Uncharacteristically I blush, so wonderful it is to see the happy faces of so many dear friends and family members. I must be getting sentimental in my old age! I take a bow, and a drink to steady the ship. Gerald is already on his third, but it ' s my first of the day - got to pace myself, don ' t want to make a fool of myself like last year. Besides, Mother will be watching: my conscience embodied.
The music starts up and the festivities commence. To get everyone into the spirit of things ( not that they need much encouragement! ) we begin with a game of Pass the Parcel - still terrific fun after all these years. Appropriately, dear Aunt Flo wins the whoopee cushion prize and hilarity ensues. She sportingly joins in the mirth, unabashed.
I challenge my peers to a spot of croquet on the lawn, and we leave the crinklies to aperitifs and chat. I pair up with Sarah, a game girl with ruddy cheeks and a twinkle in her eye. Sally and George make up a brother and sister team, leaving poor Pamela no choice but to partner Gerald, by now on his fifth, but who ' s counting? He may be the life and soul, but his aim is lousy, and what with the siblings ' incessant bickering, Sarah and I romp home to victory. The high-jinks have worked up an appetite, and we are glad to hear Mother ' s call to dine. Arm in arm, we all head back inside, singing raucously.
Mother has prepared a sumptuous buffet lunch. My eyes agog, I load up my plate with a mismatched assortment, take a deep breath, and mingle with the old folk. I can feel Mother ' s gaze on the back of my head as I dutifully remember to thank each one for their generosity and splash about in the intellectual shallow end of idle chit-chat.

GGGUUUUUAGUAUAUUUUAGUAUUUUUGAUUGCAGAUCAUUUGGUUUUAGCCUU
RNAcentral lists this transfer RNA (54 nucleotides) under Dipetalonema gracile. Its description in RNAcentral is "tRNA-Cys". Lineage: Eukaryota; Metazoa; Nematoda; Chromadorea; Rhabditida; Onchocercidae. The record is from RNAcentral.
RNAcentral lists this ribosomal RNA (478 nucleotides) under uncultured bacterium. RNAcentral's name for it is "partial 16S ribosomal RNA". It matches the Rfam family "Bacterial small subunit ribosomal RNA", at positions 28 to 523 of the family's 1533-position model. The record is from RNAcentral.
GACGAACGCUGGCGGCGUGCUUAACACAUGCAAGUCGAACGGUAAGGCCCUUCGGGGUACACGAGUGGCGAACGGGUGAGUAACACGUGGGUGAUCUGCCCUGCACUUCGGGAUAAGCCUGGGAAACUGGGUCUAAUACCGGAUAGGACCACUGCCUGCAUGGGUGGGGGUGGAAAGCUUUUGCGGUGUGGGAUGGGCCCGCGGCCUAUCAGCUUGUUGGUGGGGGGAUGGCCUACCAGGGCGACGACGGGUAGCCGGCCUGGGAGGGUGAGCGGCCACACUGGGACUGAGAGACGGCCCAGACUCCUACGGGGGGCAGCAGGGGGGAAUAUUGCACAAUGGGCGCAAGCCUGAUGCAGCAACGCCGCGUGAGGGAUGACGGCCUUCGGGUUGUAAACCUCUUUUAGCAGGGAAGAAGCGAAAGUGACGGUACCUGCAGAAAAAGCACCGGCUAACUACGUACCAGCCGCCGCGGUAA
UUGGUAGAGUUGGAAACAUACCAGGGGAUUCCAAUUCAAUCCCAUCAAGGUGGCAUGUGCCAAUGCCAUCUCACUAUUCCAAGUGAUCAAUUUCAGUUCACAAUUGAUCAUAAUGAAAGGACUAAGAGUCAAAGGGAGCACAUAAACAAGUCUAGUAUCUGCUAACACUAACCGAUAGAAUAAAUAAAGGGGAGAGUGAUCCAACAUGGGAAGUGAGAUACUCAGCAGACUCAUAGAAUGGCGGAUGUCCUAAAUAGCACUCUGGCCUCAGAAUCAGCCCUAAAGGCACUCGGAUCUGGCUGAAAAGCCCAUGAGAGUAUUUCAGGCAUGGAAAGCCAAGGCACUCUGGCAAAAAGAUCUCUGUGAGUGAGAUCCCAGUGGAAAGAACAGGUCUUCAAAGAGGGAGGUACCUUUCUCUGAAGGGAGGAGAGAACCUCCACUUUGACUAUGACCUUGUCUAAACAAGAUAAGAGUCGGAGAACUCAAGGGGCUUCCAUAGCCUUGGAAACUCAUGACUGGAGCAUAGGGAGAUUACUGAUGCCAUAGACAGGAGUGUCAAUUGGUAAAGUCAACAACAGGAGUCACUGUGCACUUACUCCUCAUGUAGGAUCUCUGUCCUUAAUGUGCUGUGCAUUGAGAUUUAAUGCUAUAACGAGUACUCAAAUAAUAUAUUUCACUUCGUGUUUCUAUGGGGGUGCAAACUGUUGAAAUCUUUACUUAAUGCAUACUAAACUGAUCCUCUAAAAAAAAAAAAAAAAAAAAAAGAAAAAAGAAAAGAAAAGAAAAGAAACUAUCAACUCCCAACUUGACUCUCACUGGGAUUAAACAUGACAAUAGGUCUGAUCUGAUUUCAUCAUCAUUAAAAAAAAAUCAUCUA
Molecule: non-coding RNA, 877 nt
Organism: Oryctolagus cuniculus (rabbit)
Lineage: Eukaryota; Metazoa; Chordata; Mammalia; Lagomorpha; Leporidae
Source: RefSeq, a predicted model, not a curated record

Having done the rounds and in need of a breather, I grab a glass of the hard stuff and take myself “ far from the madding crowd ” and upstairs to my room. I stand by the window, listening to the lively hubbub below and watch the others indulge in another game of croquet.
We ' ve been friends since kindergarten - I ' ve known them so long they ' ve become almost part of me. I ' d be lost without them. A squeal of delight wakens me from my maudlin daydream - it would seem Pamela has enjoyed more success now that her handicap is asleep in a deckchair!
As I drain my glass there is a knock at the door. It ' s Mother - I ' m needed downstairs. We share a private embrace at the top of the staircase, then descend to rejoin the others.
As I enter the room, a rousing rendition of “ For He ' s a Jolly Good Fellow ” bursts forth from the assembled throng. They part, as they sing, clearing a path to Mother who lovingly holds my cake before me. As I walk towards her, the singing switches seamlessly to “ Happy Birthday to
You ” - I take a deep breath, and blow out the candles. The sound of cheers engulf the room and I see Mother mouth “ Make a wish! ” as she sets the cake to one side. I look around at all the smiling faces. There ' s Gerald, back amongst the living and with another glass of orange squash in his hand; Pamela, beaming with pride at the frilly pink rosette Mother must have given her; George, sticking chocolate fingers up his nose as his little sister Sally looks away in disgust; and Sarah, impatiently asking her mummy when the party bags will be handed out. It ' s all too much - perhaps the fizzy pop I just had upstairs has gone to my head, but I ' m suddenly overwhelmed and burst into floods of tears. I bury myself in Mother ' s dress and she holds me tight. But I suppose it ' s all to be expected … after all, I ' m only eight.